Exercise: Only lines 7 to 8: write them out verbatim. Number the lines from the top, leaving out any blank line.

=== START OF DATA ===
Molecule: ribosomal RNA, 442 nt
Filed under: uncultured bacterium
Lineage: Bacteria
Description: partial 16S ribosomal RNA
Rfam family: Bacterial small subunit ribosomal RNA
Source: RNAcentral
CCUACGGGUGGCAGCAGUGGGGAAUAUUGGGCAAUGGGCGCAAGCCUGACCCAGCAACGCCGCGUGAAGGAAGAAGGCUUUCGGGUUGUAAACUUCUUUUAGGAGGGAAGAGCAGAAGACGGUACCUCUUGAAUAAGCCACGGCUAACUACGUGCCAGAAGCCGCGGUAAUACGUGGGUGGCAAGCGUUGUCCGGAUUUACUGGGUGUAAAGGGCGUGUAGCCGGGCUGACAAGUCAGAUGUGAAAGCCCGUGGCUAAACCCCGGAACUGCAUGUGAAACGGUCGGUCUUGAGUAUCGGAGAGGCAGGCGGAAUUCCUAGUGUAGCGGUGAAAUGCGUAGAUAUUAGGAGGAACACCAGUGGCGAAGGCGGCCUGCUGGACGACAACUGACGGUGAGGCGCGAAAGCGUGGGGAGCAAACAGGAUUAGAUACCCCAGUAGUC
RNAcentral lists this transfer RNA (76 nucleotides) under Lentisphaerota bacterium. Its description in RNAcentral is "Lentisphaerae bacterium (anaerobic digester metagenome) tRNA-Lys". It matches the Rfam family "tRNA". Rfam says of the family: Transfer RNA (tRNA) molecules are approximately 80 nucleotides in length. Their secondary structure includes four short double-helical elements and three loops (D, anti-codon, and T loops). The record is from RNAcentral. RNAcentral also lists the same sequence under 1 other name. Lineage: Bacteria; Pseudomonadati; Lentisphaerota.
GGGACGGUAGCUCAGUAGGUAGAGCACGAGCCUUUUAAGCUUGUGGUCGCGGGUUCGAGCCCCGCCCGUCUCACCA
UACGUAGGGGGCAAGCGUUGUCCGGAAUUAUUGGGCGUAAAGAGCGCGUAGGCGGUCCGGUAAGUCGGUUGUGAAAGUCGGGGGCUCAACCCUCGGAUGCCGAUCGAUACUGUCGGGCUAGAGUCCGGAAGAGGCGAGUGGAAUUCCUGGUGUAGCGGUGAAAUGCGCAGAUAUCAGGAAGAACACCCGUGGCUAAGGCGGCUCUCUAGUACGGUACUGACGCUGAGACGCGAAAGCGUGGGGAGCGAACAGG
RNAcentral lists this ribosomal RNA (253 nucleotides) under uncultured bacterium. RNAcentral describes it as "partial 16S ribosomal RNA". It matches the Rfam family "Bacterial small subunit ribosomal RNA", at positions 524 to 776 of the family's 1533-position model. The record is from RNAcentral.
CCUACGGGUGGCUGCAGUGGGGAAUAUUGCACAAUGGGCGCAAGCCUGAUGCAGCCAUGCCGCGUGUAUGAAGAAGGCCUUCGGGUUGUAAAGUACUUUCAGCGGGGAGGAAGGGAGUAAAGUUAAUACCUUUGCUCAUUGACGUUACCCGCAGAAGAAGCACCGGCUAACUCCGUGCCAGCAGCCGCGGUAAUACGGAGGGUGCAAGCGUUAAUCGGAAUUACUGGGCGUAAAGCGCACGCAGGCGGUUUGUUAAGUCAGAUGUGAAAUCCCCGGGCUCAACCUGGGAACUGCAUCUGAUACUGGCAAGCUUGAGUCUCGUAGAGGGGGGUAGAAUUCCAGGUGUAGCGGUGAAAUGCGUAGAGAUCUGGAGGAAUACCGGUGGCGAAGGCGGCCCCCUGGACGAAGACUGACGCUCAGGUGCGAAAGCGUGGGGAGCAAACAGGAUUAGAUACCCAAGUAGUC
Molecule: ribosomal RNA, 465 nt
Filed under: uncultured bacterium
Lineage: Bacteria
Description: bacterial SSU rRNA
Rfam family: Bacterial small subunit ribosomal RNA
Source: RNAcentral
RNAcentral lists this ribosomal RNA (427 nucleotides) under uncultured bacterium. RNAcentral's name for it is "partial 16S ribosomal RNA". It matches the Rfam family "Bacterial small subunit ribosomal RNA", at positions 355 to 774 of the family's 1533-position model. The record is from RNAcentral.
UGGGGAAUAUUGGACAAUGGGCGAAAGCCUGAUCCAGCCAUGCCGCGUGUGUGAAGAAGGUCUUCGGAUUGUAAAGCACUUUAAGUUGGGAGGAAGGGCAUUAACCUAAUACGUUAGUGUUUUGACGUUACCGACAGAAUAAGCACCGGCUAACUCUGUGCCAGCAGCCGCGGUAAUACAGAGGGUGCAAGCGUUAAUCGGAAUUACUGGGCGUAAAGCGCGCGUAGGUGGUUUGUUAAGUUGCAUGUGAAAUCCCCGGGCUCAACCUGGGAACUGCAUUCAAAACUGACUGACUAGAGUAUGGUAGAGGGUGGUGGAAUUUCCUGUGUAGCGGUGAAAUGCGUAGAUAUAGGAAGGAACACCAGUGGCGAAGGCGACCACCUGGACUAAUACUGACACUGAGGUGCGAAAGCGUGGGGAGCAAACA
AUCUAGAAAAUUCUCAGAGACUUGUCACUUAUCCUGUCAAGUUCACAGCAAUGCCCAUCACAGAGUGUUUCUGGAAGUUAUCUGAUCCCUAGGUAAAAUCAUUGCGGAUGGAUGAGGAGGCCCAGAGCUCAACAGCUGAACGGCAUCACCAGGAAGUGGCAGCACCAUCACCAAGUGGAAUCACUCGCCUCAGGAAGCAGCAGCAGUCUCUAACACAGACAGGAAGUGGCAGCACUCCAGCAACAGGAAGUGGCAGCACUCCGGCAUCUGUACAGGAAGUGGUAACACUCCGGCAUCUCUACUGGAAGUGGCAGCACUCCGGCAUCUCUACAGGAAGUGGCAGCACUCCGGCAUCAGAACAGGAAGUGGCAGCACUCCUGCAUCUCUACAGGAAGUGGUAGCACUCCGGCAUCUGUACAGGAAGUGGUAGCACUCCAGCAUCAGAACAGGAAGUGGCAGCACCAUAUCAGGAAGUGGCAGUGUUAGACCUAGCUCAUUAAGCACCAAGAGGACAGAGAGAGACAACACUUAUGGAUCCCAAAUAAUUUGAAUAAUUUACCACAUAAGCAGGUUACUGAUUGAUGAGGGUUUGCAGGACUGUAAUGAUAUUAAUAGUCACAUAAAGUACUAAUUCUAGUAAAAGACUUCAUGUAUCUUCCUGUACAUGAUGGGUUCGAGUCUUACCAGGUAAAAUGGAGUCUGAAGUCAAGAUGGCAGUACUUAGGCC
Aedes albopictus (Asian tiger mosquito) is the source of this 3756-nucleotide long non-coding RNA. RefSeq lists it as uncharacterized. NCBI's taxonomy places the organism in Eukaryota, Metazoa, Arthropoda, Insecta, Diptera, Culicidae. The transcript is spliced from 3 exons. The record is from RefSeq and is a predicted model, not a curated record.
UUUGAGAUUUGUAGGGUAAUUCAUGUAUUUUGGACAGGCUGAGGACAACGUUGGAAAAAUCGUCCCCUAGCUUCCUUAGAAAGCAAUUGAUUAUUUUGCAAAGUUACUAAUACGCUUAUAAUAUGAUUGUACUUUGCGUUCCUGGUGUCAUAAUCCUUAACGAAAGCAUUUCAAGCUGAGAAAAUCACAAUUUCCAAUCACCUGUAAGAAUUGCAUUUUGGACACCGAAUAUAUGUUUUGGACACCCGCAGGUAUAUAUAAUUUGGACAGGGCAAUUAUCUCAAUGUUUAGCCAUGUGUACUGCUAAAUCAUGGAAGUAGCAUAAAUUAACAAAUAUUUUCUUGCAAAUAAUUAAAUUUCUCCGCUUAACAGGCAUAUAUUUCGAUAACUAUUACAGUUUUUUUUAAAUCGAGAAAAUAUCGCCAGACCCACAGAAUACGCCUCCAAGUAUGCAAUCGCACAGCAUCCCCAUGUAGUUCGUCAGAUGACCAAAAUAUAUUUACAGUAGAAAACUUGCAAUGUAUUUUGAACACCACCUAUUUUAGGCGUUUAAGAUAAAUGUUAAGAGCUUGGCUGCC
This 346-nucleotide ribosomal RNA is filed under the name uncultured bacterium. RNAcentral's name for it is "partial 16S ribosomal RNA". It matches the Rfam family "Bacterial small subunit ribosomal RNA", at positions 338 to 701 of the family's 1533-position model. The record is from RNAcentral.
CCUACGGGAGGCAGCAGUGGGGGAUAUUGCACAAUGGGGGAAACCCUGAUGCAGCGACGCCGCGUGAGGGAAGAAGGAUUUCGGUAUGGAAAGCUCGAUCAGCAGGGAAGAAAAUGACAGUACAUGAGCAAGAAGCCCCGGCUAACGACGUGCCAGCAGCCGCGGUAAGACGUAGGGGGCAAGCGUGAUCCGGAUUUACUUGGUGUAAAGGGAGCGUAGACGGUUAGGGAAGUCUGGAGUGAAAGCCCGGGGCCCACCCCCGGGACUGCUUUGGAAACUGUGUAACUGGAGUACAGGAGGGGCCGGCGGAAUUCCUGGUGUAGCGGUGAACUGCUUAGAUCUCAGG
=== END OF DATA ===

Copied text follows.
CCUACGGGUGGCAGCAGUGGGGAAUAUUGGGCAAUGGGCGCAAGCCUGACCCAGCAACGCCGCGUGAAGGAAGAAGGCUUUCGGGUUGUAAACUUCUUUUAGGAGGGAAGAGCAGAAGACGGUACCUCUUGAAUAAGCCACGGCUAACUACGUGCCAGAAGCCGCGGUAAUACGUGGGUGGCAAGCGUUGUCCGGAUUUACUGGGUGUAAAGGGCGUGUAGCCGGGCUGACAAGUCAGAUGUGAAAGCCCGUGGCUAAACCCCGGAACUGCAUGUGAAACGGUCGGUCUUGAGUAUCGGAGAGGCAGGCGGAAUUCCUAGUGUAGCGGUGAAAUGCGUAGAUAUUAGGAGGAACACCAGUGGCGAAGGCGGCCUGCUGGACGACAACUGACGGUGAGGCGCGAAAGCGUGGGGAGCAAACAGGAUUAGAUACCCCAGUAGUC
RNAcentral lists this transfer RNA (76 nucleotides) under Lentisphaerota bacterium. Its description in RNAcentral is "Lentisphaerae bacterium (anaerobic digester metagenome) tRNA-Lys". It matches the Rfam family "tRNA". Rfam says of the family: Transfer RNA (tRNA) molecules are approximately 80 nucleotides in length. Their secondary structure includes four short double-helical elements and three loops (D, anti-codon, and T loops). The record is from RNAcentral. RNAcentral also lists the same sequence under 1 other name. Lineage: Bacteria; Pseudomonadati; Lentisphaerota.